Linking fund-managers’ pay to schemes’ performance is good, but the current formula may be too complicated to implement
A glance at the returns from mutual fund (MF) equity schemes over the years makes it clear it would have made sense for investors to simply park their money in index funds or, in some cases, even a bank account. Barely a handful of fund managers have beaten the indices, with the majority turning out returns that are sub-standard. And for this grand underperformance, year after year, they preen on television screens and earn fat salaries. When their bets go wrong—debt investments in Essel Group, IL&FS and others—they plead with the regulator to allow them to side-step the rules.
The Franklin Templeton (FT) episode told us exactly how carefully fund managers are making investments and how closely they scrutinise the companies they buy into. Allegedly, some employees of FT encashed their personal holdings in six of the schemes just before they were shut down.
It is obvious that the MF industry needs some cleaning up; fund managers, as also other key executives of AMCs, should have been made accountable long ago. Now, SEBI has decided they must have some skin in the game. The regulator rightly believes that a fund manager’s compensation should be in some way linked to the performance of the scheme he or she is managing.
However, the method suggested might be somewhat hard to implement and monitor. SEBI has decided that at least 20% of their compensation—excluding tax and mandatory PF contributions—should be earned in the form of units managed by them. These units would be locked in for three years. Of the 20%, fund managers can invest up to 50% in their own schemes and the rest in a scheme with a similar or higher risk profile. For members of the senior management—CEO or CIO—the investment needs to be made across schemes managed by the AMC and in proportion to the assets under management.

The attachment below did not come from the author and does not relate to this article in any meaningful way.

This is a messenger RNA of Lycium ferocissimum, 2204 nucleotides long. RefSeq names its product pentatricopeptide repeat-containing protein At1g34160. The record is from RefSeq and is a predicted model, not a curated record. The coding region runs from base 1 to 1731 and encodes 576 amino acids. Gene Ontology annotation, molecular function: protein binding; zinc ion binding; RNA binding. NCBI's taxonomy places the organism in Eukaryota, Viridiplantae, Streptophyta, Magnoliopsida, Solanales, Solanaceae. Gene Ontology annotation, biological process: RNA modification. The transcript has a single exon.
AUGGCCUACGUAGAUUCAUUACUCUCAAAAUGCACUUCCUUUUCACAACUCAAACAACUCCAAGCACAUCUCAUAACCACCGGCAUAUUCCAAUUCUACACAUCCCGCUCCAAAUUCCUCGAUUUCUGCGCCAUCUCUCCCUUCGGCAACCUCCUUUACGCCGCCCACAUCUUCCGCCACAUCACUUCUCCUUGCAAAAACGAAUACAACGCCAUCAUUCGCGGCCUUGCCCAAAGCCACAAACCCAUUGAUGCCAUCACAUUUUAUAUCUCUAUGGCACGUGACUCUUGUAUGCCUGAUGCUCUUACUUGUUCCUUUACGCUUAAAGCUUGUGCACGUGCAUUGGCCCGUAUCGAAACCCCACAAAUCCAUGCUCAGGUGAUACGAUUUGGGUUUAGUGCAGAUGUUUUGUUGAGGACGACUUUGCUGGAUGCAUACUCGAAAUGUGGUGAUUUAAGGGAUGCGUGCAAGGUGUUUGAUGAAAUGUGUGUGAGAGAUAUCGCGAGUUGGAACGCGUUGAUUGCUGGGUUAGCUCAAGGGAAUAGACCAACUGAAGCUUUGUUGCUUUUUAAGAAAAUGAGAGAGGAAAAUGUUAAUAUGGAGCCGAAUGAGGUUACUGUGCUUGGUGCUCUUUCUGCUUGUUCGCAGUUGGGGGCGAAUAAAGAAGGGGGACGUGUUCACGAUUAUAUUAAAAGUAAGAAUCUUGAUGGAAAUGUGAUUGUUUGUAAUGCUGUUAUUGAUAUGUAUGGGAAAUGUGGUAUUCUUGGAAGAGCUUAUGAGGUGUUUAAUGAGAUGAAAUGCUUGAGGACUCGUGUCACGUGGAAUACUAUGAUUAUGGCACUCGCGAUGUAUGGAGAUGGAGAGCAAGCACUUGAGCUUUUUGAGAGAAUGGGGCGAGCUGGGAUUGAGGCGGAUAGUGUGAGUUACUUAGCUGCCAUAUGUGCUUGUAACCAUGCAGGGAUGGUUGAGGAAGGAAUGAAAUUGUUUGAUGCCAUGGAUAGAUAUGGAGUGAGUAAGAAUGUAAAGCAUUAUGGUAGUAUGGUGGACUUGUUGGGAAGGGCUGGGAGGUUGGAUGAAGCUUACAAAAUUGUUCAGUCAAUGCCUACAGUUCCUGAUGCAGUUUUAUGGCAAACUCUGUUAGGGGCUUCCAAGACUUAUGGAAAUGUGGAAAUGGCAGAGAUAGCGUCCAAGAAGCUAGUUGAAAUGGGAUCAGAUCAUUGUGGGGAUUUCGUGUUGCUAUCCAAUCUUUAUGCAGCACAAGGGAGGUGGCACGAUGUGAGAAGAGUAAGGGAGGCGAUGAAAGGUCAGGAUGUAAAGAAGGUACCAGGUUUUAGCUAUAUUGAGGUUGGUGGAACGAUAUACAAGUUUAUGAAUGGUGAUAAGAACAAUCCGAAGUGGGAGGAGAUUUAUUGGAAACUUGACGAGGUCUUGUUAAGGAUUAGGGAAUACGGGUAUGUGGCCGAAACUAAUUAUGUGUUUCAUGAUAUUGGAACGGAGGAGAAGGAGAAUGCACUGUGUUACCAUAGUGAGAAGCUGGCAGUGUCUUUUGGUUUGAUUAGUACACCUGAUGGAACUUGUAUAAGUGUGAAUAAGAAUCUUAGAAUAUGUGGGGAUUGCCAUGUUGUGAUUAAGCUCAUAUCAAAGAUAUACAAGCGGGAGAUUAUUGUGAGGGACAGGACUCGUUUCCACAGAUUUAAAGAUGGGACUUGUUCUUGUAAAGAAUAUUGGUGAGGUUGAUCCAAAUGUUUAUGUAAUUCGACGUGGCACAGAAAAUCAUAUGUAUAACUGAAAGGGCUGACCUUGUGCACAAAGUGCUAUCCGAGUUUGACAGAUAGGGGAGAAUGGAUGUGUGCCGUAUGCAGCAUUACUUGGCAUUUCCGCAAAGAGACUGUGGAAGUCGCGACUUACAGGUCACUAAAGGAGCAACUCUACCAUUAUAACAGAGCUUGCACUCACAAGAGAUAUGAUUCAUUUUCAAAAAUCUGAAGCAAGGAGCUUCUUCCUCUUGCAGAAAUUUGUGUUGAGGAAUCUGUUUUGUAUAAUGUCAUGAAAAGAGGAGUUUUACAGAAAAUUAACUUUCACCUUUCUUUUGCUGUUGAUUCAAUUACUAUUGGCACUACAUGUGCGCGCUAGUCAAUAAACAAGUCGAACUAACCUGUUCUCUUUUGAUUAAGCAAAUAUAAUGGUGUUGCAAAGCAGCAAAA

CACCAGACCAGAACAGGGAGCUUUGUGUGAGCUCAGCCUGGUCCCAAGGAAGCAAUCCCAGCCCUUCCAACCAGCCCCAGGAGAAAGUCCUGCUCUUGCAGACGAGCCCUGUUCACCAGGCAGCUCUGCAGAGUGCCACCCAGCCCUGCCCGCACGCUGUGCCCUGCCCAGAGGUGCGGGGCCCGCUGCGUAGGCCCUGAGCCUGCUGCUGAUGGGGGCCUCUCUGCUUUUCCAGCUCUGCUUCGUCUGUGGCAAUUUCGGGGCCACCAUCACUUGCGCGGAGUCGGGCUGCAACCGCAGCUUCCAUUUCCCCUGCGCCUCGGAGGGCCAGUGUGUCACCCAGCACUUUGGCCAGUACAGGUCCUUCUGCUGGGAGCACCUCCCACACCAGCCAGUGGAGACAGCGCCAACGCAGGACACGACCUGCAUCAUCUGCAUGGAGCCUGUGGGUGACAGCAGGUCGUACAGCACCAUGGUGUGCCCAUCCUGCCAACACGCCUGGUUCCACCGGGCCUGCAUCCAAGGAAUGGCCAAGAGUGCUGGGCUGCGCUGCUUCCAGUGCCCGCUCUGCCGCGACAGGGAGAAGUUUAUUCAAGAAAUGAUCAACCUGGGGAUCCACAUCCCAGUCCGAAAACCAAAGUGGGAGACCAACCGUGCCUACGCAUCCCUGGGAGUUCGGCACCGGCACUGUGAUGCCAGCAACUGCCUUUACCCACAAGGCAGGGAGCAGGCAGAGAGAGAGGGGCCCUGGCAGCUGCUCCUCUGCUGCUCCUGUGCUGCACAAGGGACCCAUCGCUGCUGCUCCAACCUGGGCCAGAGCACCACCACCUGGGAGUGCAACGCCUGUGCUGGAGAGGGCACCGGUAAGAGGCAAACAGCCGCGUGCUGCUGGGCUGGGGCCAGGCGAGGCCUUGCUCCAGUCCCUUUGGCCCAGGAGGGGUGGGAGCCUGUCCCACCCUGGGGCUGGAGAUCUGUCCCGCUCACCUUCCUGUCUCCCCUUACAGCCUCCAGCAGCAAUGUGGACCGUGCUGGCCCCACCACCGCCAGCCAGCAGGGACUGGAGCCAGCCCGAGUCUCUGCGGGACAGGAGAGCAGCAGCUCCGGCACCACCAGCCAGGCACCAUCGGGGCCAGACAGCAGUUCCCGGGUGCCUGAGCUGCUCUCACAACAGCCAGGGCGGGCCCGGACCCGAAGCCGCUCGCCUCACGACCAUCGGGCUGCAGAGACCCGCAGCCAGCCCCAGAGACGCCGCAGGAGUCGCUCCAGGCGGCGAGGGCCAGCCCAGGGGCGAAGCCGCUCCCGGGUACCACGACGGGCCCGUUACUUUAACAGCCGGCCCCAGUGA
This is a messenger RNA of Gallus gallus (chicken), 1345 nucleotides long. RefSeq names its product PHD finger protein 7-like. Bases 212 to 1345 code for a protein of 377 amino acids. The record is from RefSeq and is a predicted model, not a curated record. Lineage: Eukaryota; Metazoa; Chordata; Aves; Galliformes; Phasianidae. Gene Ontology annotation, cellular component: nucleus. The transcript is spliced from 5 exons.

To be sure, this will neither be easy to implement nor monitor; even random checks based on self-declarations by the fund managers could be onerous. There are hundreds of schemes—even within a fund house, the number is not small. There isn’t too much job-hopping, but enough to make the paperwork onerous for the regulator. Perhaps the fund manager should buy units of just one or two schemes—that he manages—else, it could get unnecessarily complicated.
There should be a better way to name and shame fund managers who do not perform but who take home hefty pay packages; every newsletter or factsheet that a fund house puts out should detail the performances of its managers. The data should be presented in a transparent manner; funds would try and slice the returns data in a manner that does not show them in poor light.
AMFI should take the lead in highlighting poor performances, and could, from time to time, put out reports on the worst-performing schemes. It is primarily because many savers simply do have the time to look closely at the performances, and assess them the right way, that fund-houses have got away even after having done so badly.
Ajay Tyagi has been an excellent SEBI chairman; he has been strict with fund-houses and brought them to book when needed. His latest rule linking compensation to performance is a good one, he just needs to tweak it a little.